We demonstrate that TIM-2 is expressed at low levels on all splenic B cells and is expressed at higher levels on germinal center (GC) B cells. Outside the hematopoietic system, TIM-2 is expressed in liver, especially in bile duct epithelial cells, and in renal tubule cells. We further demonstrate that TIM-2 serves as a selective receptor for H-ferritin, but not for L-ferritin, and that binding of H-ferritin to TIM-2 leads to the endocytosis of extracellular H-ferritin. The expression of a surface receptor for H-ferritin is consistent with a role for H-ferritin in modulating cell function—beyond its role in storing iron—and the endocytic function of TIM-2 provides a new pathway for altering levels of H-ferritin independent of gene expression.
An expressed sequence tag for TIM-2 was isolated from the database based on its partial homology to the Ig domain of triggering receptor expressed on myeloid cells (TREM)-2 (27). By expression of this cDNA, we prepared a mAb against the extracellular domain of TIM-2. To define the levels of TIM-2 on lymphocyte cell subsets, mice were not immunized or were immunized with T-dependent antigens; staining with anti–TIM-2 was assessed on subsets that were defined by their surface phenotype. Studies from unimmunized or immunized mice revealed that although TIM-2 was expressed on follicular B cells, it was expressed at ~2.5-fold higher levels on GC B cells (range 1.6–3.5) (Fig. 1 A). In contrast, TIM-2 was not detected on T cells (CD4+ or CD8+) (Fig. 1 A).
The expression of TIM-2 in splenic B cells, and its preferential expression in GC B cells was confirmed by quantitative RT-PCR, using SYBR Green. For these studies, splenic B cell subsets and T cells were isolated by fluorescence-activated cell sorting and used to prepare total RNA. Transcripts for TIM-2 were ~10-fold more abundant in GC B cells than in follicular B cells, whereas levels of TIM-2 transcripts in the marginal zone B cells were between the two (Fig. 1 B). Little or no transcripts for TIM-2 were detected in splenic T cells.
The preferential expression of TIM-2 on GC B cells also was evident by immunohistochemistry (IHC). For these studies, we raised a rabbit antiserum against a peptide from the cytoplasmic domain of TIM-2. On fixed sections from spleen, this antiserum demonstrated clusters of TIM-2+ cells in the center of lymphoid follicles, although scattered cells were seen elsewhere, including the red pulp (Fig. 2 A, middle panel). No staining was seen with control antiserum (Fig. 2 A, left panel); staining by the anti–TIM-2 antiserum was blocked in the presence of the immunizing peptide, which demonstrated that binding was antigen-specific (Fig. 2 A, right panel). Immunofluorescent studies demonstrated that most, if not all, of the TIM-2+ cells that were clustered in the center of the follicles were B cells (Fig. 2 B). To identify the relationship of TIM-2+ cells to GCs more clearly, mice were immunized with sheep red cells 8 d before examination. By staining with peanut agglutinin, the clusters of TIM-2+ B cells were shown to be located within GCs (Fig. 2 C). The IHC and immunofluorescence studies did not reveal expression of TIM-2 on all B cells, as was detected by flow cytometry; we attribute this to the lower level of TIM-2 expression on non-GC B cells, which evidently is below the detection threshold of IHC. In accord with studies by flow cytometry and quantitative RT-PCR, T cell zones lacked TIM-2+ cells (Fig. 2 B, bottom row). As with IHC studies, staining with anti–TIM-2 was blocked in the presence of the immunizing peptide (unpublished data).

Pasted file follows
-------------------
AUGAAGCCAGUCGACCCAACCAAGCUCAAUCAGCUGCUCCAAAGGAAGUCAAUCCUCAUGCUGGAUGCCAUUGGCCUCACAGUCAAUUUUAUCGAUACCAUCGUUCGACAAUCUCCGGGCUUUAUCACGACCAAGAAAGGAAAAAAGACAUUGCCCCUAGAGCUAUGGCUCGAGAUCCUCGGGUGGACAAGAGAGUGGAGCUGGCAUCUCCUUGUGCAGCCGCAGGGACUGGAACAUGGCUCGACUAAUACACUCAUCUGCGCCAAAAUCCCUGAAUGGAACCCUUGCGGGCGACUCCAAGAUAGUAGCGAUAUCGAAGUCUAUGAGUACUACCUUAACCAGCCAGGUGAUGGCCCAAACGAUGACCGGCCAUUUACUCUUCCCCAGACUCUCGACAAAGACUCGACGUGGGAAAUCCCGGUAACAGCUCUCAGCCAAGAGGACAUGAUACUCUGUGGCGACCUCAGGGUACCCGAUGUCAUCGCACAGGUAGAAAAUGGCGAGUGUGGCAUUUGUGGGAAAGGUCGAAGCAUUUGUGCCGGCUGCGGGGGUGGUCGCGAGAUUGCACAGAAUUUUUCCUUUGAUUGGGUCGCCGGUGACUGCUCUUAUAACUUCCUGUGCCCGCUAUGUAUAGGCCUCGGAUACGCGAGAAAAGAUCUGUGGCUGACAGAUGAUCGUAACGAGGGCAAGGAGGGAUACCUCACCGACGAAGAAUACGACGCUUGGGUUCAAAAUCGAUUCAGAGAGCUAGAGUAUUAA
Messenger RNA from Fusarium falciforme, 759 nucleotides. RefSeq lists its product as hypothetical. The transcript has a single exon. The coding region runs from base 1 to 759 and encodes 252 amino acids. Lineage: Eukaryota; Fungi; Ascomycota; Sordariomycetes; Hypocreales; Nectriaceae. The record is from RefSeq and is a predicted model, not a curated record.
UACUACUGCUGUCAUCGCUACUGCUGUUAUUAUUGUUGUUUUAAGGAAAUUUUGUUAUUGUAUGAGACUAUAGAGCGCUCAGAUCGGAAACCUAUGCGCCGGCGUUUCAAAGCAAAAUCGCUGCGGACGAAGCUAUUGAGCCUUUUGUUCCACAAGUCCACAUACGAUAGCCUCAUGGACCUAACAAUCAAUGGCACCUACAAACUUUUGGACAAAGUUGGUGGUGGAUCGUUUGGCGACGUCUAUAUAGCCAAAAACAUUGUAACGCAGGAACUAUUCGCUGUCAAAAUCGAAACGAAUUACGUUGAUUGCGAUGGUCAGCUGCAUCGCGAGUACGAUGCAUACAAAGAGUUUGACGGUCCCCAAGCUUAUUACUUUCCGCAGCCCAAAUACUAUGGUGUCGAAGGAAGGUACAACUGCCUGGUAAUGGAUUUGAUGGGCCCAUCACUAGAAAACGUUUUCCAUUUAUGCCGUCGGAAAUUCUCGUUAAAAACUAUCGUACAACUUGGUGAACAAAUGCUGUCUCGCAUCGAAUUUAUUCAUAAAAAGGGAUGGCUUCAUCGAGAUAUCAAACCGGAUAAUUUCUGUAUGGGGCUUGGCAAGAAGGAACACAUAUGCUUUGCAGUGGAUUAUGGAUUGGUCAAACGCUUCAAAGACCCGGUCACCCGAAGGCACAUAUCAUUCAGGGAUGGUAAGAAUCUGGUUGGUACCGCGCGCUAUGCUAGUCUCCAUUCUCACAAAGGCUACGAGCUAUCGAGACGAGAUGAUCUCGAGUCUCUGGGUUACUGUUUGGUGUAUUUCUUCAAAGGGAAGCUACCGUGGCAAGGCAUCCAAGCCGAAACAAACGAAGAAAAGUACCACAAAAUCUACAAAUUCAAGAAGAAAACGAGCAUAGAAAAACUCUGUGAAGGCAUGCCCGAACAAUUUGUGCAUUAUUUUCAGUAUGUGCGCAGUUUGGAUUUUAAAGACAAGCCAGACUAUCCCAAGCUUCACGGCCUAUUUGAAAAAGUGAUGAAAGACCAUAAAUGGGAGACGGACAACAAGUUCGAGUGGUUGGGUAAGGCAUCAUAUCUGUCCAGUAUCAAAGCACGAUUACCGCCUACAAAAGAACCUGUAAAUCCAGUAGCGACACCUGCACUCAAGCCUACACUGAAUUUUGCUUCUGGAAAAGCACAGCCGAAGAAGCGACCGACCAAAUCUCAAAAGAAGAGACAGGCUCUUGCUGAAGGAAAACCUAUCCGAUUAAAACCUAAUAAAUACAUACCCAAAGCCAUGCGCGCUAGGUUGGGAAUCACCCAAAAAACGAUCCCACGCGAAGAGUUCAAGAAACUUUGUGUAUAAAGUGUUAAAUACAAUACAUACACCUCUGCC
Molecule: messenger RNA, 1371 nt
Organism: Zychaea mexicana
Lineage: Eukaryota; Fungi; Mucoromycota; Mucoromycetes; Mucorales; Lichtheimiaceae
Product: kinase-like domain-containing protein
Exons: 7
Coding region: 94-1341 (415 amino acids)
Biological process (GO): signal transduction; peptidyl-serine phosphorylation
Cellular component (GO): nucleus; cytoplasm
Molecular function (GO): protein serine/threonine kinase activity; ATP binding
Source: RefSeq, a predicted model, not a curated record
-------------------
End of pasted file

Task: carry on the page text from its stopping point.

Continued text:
We used our rabbit antiserum to TIM-2 to demonstrate the localized expression of TIM-2 in sections of fixed tissue from liver and kidney. In the liver, the expression of TIM-2 was most prominent in bile duct epithelial cells (Fig. 3, A and B). To a lesser degree, staining of hepatocytes was seen, especially at junctures of hepatocytes. This suggested that TIM-2 may be expressed preferentially on bile canaliculi, which are formed as openings between hepatocytes. Variable staining of hepatocyte nuclei also was seen. All binding was blocked by the immunizing peptide (unpublished data). Thus, like human TIM-1, mouse TIM-2 is expressed in the liver, but it is particularly concentrated in bile duct epithelia and possibly bile canaliculi. In the kidney, expression of TIM-2 was concentrated in tubular epithelial cells with the morphology of distal tubular epithelial cells (Fig. 3, C and D). Staining was blocked by the immunizing peptide (unpublished data).